I've had the good fortune to be invited by the Singapore Centre for Biomedical Ethics to do a week of teaching about health system ethics. Right now I'm at Heathrow airport in London, in between the Boston to|London and London to Singapore legs of my trip.
Although there's been a lot of interest in Singapore among health policy cognoscenti, I'd been in the dark about the Singapore system until I started preparing for my visit. My impression thus far is that the People's Action Party, which has governed since independence in 1965, sees health care as (a) a crucial contributor to well-being but (b) largely an individual responsibility to provide for oneself and one's family, and (c) not a right the state is responsible for fulfilling.
When Singapore became independent in 1965 it was impoverished, with a life expectancy of not much more than 60. The government's initial emphasis was on the determinants of population health - housing, clean water, jobs, and education. On the basis of their vigorous action, health and mortality improved markedly. In 1984 they introduced a mandatory medical savings account program - "Medisave" - in which all working people, including the self employed, contributed 6-8% of income to their "Central Provident Fund" account, to be used for their own medical care and for family members (spouse, children, parents and grandparents). In the 1990s the government introduced an insurance scheme ("Medishield") and a means tested fund for low income folks ("Medifund"). But there's still a very strong emphasis on individual responsibility and paying a fair share of the cost, even for the poor. (For information about the Central Provident Fund and the system of "3 Ms", see here .)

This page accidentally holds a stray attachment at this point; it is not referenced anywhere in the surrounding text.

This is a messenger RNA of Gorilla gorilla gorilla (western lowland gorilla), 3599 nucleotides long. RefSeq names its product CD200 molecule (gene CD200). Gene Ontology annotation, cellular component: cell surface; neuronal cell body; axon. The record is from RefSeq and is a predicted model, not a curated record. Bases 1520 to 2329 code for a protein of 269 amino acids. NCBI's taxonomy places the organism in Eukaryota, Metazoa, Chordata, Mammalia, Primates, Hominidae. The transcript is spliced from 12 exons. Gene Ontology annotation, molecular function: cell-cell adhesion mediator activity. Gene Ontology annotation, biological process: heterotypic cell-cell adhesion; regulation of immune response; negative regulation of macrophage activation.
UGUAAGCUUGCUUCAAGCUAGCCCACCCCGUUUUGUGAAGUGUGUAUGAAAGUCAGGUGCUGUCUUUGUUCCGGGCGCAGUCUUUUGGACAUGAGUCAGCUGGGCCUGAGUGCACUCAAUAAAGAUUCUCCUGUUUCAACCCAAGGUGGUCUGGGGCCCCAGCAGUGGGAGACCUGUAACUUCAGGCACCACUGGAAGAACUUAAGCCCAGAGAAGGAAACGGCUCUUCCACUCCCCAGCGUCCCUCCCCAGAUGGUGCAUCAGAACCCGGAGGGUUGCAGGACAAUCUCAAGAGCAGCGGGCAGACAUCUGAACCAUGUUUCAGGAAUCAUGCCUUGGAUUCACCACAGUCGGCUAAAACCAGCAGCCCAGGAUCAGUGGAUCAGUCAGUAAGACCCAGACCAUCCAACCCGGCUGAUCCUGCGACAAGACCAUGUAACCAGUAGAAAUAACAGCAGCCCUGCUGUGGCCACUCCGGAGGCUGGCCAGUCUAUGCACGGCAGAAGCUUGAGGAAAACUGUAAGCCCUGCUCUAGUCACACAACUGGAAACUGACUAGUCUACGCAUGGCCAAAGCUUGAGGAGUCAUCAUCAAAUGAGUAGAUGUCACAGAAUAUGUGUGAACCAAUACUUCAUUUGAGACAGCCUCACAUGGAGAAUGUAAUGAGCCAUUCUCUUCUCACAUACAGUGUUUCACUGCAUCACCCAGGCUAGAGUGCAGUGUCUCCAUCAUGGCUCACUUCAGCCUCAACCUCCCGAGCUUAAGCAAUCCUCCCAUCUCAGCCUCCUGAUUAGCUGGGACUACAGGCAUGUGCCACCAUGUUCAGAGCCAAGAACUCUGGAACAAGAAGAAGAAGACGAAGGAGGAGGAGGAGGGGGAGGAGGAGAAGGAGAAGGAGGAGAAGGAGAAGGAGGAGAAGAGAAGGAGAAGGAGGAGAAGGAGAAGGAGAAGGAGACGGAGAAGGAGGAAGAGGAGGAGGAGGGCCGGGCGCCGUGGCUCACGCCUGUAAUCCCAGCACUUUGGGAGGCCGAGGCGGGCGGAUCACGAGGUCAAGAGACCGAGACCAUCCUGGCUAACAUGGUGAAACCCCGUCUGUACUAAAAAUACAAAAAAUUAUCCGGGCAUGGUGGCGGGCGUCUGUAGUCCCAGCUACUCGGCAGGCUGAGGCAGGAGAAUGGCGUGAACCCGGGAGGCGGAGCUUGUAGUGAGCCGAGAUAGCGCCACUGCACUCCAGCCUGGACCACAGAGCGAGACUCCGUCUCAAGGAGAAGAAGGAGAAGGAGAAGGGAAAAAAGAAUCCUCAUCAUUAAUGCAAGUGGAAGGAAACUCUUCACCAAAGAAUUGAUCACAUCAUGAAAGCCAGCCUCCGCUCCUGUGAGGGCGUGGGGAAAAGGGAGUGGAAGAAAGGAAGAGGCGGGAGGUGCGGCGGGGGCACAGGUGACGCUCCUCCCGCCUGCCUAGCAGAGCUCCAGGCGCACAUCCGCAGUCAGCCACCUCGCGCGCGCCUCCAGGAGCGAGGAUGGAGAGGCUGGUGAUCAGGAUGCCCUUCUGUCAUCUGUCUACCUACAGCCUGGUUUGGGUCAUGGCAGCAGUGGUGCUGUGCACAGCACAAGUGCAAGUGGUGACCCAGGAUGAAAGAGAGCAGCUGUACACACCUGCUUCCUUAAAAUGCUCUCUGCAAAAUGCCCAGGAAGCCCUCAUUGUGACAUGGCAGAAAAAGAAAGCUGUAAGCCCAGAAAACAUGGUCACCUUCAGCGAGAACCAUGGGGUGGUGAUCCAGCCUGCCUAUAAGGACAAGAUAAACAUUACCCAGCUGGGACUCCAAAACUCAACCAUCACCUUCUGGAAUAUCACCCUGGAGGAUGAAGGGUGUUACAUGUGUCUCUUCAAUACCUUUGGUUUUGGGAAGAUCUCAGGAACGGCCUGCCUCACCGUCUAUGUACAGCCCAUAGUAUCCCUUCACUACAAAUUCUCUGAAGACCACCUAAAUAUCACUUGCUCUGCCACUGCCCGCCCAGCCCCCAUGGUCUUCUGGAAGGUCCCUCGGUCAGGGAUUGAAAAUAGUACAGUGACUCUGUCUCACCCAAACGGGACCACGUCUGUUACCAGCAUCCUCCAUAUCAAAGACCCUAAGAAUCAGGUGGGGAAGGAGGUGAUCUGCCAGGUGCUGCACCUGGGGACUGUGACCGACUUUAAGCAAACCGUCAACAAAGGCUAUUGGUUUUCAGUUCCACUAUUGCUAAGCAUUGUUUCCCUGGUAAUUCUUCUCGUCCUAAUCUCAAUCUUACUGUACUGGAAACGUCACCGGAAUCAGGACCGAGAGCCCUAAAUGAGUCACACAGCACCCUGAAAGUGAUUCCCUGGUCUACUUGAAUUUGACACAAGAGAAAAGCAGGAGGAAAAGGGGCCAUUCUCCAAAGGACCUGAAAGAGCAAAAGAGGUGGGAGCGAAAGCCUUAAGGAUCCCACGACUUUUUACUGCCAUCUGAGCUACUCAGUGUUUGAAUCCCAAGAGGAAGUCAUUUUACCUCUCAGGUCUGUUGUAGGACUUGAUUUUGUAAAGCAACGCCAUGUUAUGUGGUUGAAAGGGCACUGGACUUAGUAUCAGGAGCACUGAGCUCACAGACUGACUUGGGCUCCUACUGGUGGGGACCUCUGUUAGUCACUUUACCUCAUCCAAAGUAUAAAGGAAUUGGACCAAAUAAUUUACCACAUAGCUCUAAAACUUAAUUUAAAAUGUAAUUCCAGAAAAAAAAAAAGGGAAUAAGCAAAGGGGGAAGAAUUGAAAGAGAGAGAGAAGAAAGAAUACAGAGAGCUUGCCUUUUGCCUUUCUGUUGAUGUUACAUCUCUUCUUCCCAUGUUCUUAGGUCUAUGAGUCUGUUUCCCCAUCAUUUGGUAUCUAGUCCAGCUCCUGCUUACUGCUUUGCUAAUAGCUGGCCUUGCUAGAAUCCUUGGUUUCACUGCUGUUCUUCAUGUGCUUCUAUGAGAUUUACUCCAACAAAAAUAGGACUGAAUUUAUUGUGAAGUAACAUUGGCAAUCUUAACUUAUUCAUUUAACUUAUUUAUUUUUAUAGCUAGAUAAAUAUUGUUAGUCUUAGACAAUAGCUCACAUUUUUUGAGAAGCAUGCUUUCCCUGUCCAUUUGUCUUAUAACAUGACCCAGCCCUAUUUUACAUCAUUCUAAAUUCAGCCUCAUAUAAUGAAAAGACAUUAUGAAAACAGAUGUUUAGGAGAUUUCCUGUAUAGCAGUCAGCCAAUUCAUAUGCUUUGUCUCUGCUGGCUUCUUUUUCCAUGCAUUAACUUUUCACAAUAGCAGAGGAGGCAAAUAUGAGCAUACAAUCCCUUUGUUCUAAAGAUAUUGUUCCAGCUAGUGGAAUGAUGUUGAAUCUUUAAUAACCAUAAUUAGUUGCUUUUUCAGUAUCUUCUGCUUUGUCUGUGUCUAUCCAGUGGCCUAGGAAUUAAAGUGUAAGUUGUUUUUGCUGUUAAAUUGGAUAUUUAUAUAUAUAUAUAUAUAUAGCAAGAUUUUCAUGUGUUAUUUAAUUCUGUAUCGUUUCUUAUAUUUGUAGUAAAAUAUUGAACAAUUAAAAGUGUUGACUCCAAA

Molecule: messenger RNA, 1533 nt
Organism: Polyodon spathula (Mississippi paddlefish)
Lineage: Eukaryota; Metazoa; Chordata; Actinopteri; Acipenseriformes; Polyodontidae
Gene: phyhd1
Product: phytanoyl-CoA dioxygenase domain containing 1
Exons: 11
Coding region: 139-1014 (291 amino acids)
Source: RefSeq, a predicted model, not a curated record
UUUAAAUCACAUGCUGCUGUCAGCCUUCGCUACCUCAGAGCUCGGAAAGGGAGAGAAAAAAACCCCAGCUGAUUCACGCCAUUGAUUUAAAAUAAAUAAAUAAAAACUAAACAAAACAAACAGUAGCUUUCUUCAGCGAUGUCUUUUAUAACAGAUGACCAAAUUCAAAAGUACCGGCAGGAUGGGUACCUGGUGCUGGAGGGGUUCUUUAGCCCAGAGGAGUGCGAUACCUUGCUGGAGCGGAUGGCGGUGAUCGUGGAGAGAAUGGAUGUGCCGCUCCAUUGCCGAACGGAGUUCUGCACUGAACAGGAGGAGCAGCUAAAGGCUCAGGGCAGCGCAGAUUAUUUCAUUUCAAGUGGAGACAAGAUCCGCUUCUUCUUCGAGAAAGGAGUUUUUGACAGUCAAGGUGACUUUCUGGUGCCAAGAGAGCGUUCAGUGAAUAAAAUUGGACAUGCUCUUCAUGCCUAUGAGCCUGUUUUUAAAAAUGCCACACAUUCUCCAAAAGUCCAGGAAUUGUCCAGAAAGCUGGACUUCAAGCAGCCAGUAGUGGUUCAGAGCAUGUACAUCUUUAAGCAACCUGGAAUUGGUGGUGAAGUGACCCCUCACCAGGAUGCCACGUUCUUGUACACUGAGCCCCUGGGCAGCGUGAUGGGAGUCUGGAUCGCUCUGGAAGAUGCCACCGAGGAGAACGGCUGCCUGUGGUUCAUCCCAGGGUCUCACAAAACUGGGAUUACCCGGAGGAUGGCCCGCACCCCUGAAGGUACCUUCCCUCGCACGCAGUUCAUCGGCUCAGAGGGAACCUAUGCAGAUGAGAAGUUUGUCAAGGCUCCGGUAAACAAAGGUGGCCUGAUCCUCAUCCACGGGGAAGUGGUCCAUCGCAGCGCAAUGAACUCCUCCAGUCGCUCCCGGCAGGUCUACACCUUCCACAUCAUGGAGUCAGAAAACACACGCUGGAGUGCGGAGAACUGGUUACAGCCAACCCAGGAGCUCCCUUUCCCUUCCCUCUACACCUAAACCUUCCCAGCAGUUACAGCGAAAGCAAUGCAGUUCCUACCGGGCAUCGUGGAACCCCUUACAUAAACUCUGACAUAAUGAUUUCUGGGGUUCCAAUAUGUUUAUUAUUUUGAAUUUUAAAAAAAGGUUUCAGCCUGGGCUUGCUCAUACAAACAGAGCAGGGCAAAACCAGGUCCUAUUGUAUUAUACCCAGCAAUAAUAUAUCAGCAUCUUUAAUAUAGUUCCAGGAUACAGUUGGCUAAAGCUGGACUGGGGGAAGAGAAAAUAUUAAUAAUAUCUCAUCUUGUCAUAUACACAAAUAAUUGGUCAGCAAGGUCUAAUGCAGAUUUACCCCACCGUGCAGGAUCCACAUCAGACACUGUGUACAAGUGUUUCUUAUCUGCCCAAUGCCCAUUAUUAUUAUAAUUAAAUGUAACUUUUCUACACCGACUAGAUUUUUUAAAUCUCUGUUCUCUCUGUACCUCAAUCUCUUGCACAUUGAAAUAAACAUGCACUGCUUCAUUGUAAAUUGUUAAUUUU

I've been told the Singaporean government sees "insurance" in a negative light. "Insurance" connotes dependency on the state and abdication of personal responsibility. In the U.S. the frequent comment that our health system is so out of control because the population lacks "skin in the game" comes from the same moral and economic perspective. As a dyed in the wool liberal I'm a staunch believer in a universal system - either something like Medicare for all or guaranteed access to strictly regulated health plans. The framework of values in Singapore is jarring for me, but their outcomes appear to be terrific, in terms of health indices and a much less costly system than we have in the U.S.
Since I recurrently criticize conservatives for what I describe as their "theological" commitment to market solutions, to be consistent I have to challenge my own liberal theology on this visit to Singapore. Stay tuned